Allie is a healthcare and disability patient advocate working primarily on insulin accessibility in the United States and Medicare for All. Allie is a member of the leadership teams of grassroots patient advocacy group NY #insulin4all and Mutual Aid Diabetes.
"If I'm Out of Insulin, I'm Going to Die"
by Matt McConnell for Human Rights Watch
“We see people who pass away because they ration their insulin. We have cases where we see people who have an urgent need, and it was late, and they passed away.” — Allie Marotta
Diabetics turn to one another for help
by Libby Watson for Sick Note
"That's a very real part of mutual aid, but we also focus on the community care aspect as well. So we're not only crowdfunding, the time and commitment that we put into taking care of everybody who comes to us. That's a lot of our focus, as well. And people get discouraged when they're like, well, I don't have funds to donate. There's so many other ways that you can participate."
by Kathryn Yu
Allie's Story is a choose your own adventure style online RPG that follows the real life and choices of a young person living with diabets in America. This game forces the player to put themselves in the harrowed shoes of a diabetic and choose between paying rent and staying alive. This game is based on information provided by Allie Marotta sourced from her real life experience of rationing insulin when she aged off her insurance at 26. Allie's Story is free to play. Find out more and play for yourself at the link below.
by Allie Marotta, The Washington Post
"“Insulin, it’s going to — it was destroying families, destroying people,” Donald Trump said during Tuesday night’s debate, ostensibly in the service of demonstrating that he has a health plan. “I’m getting it for so cheap, it’s like water.”
Cue a mass shudder as Trump’s unintelligible words sent a chill down the spine of people with defunct pancreases across the country. Sure, insulin is like water, at least in the sense that humans would die without access to it. But last time I checked, no one is paying $300 for a case of Poland Spring as I do every month for my insulin — and nothing that Trump has done as president has brought the two closer. Of course, I suppose it's fair to say the man has a skewed vision of the world and the cost of goods. After all, the roughly $3,600 I paid for insulin in 2017 is almost five times what he reportedly forked over in federal income taxes that year. (For the record, I would have spent almost $50,000 on insulin alone without insurance.)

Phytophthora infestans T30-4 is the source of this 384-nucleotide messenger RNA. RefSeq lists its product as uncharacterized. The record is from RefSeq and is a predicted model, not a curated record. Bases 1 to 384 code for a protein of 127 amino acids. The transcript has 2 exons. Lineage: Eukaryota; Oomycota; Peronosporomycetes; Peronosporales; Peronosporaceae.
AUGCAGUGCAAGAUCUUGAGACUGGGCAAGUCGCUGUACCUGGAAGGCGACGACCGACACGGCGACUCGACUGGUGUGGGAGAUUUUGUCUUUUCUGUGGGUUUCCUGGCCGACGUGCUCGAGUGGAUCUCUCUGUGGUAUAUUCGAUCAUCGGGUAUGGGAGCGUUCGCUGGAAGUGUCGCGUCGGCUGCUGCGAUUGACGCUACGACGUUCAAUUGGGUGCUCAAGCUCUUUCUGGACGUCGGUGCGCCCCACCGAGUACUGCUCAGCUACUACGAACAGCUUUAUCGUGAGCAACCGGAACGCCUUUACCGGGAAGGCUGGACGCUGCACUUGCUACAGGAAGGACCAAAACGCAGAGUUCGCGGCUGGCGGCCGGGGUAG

With the impending general election, the Trump administration has done everything to make it look like they care about the insulin crisis while still managing to do almost nothing to stop people who are dying here and now. As insulin accessibility non-profit T1International states, “We don’t need incremental bureaucratic steps as an election approaches - we need transformative change that will make our medicine more affordable now.” The insulin crisis in America is very real, and it is painful for insulin accessibility advocates to watch this administration propose empty solutions, making a mockery of the plight of Americans who use insulin. Trump tried to argue during the debate that his recent actions on healthcare aren’t “symbolic.” But for most of us, his handling of the insulin crisis is worse than symbolic. It’s meaningless."
by Koroush Ziabari, Asia Times
"Allie Marotta, a healthcare and insulin accessibility advocate in Brooklyn, who is also a member of the leadership team of the New York #insulin4all campaign, told Asia Times that Iran’s insulin shortage conundrum is a human rights crisis.
“People with diabetes are being forced to use antiquated and dangerous insulin which jeopardizes their right to adequate healthcare,” she said.
“Sanctions are an abusive tactic and a human rights violation. We’re seeing this clearly between the lack of personal protective equipment and now the insulin shortage in Iran. Sanctions cause mass loss of innocent lives and there is no political belief that can justify that,” she added.
According to Marotta, the best course of action at this time is to draw media attention to the simmering crisis and generate publicity to prod the US government into revising its sanctions policy and induce the Iranian government into acting in a more agile manner.